Sterling straight up outworked Yan over the first three rounds, out-landing him in the opening stanza before playing the role of human backpack in the next two (for what it’s worth, the second round was an obvious 10-8 round by both the actual rules and by any rational sense of how fight scoring should work). Yan ultimately adjusted, as he always will, but by then the damage had been done. This time, there was no excuse — he simply got beaten. Now, Sterling gets to take his victory lap — and no one deserves it more.

Tiger Wood’s win in 1997

To Alexander Volkanovski, for one of the most dominant performances we’ve ever seen.

In 1997, Tiger Woods put on one of the greatest displays in golf history, obliterating the field at the Masters to win by 12 strokes (still a record) at the age of 21. And while Volkanovski isn’t nearly as young as Woods was then, his performance was equally as impressive. The featherweight champion outclassed the always-challenging Korean Zombie in every phase of the game. Volkanovski was everywhere and nowhere all at once, hitting Zombie where he least expected it, but never being there for the return fire. In the end, he out-landed Zombie by a total of 138 to 48 significant strikes — and honestly, the 48 seems high. Zombie looked absolutely perplexed by the end of the second round, and as Volkanovski started to really put some mustard on his shots in the third, things spiraled quickly. If there were two green jackets to give out, Volkanovski would have more than earned the second.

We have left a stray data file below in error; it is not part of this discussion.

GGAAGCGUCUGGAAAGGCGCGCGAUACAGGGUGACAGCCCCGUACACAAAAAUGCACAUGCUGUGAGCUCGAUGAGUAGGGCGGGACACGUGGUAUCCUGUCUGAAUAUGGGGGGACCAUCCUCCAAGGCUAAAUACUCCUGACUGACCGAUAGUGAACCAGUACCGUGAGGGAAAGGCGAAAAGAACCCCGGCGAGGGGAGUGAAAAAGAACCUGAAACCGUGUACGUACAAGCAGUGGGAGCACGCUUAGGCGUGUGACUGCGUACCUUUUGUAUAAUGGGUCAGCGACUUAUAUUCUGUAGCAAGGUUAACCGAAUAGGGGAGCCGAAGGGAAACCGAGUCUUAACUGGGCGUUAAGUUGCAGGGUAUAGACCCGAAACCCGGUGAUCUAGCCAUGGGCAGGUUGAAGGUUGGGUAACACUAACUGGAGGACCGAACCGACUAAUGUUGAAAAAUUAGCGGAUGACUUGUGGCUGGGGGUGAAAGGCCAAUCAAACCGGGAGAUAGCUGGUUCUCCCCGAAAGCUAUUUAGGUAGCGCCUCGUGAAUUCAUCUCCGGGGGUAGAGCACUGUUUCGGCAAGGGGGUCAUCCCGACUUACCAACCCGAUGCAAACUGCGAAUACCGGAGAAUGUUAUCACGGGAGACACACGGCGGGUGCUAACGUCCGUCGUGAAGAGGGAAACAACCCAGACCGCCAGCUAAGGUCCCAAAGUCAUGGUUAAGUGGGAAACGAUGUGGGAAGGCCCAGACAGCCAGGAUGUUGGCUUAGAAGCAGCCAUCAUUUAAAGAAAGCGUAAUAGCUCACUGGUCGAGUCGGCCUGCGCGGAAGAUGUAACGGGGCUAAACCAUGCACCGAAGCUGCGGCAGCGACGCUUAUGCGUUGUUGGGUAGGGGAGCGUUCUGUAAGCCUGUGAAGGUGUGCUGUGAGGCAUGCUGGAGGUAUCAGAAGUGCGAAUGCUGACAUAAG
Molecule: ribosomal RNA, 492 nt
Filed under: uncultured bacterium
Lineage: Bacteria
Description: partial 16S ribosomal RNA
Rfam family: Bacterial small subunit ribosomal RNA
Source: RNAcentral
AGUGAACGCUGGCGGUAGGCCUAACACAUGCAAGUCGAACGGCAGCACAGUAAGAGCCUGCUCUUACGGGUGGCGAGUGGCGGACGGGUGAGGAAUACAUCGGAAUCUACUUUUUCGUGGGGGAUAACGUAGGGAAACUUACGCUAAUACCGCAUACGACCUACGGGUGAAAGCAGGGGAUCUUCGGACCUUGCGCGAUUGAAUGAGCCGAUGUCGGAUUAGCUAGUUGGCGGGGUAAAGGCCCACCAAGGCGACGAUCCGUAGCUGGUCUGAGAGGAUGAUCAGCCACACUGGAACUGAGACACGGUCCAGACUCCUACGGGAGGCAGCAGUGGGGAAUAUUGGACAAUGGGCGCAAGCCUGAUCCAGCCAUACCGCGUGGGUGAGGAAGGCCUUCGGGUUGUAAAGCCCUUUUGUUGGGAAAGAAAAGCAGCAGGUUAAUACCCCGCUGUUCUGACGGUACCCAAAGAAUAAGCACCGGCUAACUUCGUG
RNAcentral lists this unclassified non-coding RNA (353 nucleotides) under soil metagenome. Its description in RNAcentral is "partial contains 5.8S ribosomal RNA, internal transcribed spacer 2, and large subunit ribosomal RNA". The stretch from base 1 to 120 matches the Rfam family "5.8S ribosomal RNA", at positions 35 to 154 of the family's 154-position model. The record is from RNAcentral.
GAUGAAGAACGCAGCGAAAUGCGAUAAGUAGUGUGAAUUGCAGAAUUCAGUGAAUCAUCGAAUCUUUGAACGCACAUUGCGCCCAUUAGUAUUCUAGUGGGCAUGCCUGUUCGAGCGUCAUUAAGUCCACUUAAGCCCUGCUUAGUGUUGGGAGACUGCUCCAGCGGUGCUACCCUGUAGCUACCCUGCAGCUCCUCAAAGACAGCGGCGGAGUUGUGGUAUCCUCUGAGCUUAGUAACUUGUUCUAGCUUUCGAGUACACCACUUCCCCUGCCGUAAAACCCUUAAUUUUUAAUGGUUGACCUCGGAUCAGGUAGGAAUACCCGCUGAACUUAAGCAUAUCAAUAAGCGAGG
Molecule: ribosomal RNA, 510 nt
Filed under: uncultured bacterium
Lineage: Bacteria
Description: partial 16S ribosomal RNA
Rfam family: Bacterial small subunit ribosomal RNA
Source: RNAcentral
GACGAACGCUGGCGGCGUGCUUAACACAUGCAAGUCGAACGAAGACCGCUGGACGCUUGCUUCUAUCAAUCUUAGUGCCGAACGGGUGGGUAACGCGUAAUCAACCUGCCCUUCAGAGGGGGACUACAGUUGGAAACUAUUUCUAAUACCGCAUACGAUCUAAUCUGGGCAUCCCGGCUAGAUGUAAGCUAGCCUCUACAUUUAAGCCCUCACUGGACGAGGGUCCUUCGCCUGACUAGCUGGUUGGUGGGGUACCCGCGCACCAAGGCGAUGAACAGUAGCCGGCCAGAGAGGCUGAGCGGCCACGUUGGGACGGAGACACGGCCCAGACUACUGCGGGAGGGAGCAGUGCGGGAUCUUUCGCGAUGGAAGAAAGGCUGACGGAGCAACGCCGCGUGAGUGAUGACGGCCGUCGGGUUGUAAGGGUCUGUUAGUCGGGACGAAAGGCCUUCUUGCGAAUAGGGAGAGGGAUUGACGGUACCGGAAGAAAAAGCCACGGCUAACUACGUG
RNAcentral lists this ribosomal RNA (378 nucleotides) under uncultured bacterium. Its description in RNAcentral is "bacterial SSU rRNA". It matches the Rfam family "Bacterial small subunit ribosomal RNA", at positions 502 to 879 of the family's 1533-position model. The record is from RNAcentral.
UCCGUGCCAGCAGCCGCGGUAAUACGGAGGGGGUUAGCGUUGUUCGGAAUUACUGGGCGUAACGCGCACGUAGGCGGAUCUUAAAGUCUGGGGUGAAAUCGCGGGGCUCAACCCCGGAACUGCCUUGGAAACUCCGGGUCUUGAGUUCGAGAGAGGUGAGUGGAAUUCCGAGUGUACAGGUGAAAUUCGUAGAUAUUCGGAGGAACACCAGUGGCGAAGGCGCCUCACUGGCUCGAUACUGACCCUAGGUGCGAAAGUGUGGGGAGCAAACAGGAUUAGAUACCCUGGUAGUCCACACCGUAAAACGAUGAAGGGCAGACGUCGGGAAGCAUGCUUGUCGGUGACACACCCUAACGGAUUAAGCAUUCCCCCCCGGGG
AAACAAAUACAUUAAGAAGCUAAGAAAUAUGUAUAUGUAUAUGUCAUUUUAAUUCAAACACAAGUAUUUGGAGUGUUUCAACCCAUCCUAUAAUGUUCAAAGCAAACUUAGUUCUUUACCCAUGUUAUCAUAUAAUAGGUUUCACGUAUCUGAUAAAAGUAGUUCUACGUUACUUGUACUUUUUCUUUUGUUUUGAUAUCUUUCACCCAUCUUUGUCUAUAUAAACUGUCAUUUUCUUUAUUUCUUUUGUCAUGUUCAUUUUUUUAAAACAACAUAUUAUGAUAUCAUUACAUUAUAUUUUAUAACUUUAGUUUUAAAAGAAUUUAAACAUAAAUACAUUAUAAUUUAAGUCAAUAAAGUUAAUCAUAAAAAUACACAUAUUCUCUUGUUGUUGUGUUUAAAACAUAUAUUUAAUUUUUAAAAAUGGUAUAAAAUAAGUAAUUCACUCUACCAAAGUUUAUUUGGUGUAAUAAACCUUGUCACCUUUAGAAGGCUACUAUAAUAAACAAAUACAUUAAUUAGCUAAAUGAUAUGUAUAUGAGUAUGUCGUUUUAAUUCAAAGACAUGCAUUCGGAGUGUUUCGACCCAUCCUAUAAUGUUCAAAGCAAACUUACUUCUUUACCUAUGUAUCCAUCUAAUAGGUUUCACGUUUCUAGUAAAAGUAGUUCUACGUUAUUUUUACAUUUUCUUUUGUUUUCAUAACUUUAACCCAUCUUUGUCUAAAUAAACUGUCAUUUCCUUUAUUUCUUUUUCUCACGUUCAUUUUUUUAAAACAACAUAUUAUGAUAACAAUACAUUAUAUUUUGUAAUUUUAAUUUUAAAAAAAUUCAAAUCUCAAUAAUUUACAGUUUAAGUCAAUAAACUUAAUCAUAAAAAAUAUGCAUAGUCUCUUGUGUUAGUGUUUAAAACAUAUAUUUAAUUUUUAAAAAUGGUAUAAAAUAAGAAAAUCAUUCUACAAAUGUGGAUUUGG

“IN YOUR LIFE, have you seen anything like that?!”

For the iconic call from Verne Lundquist at the 2005 Masters, when Tiger Woods took a shot that the commentators were all but writing off and then turned it into a piece of magic, the nod goes to Gilbert Burns vs. Khamzat Chimaev, one of the best fights you are ever going to see.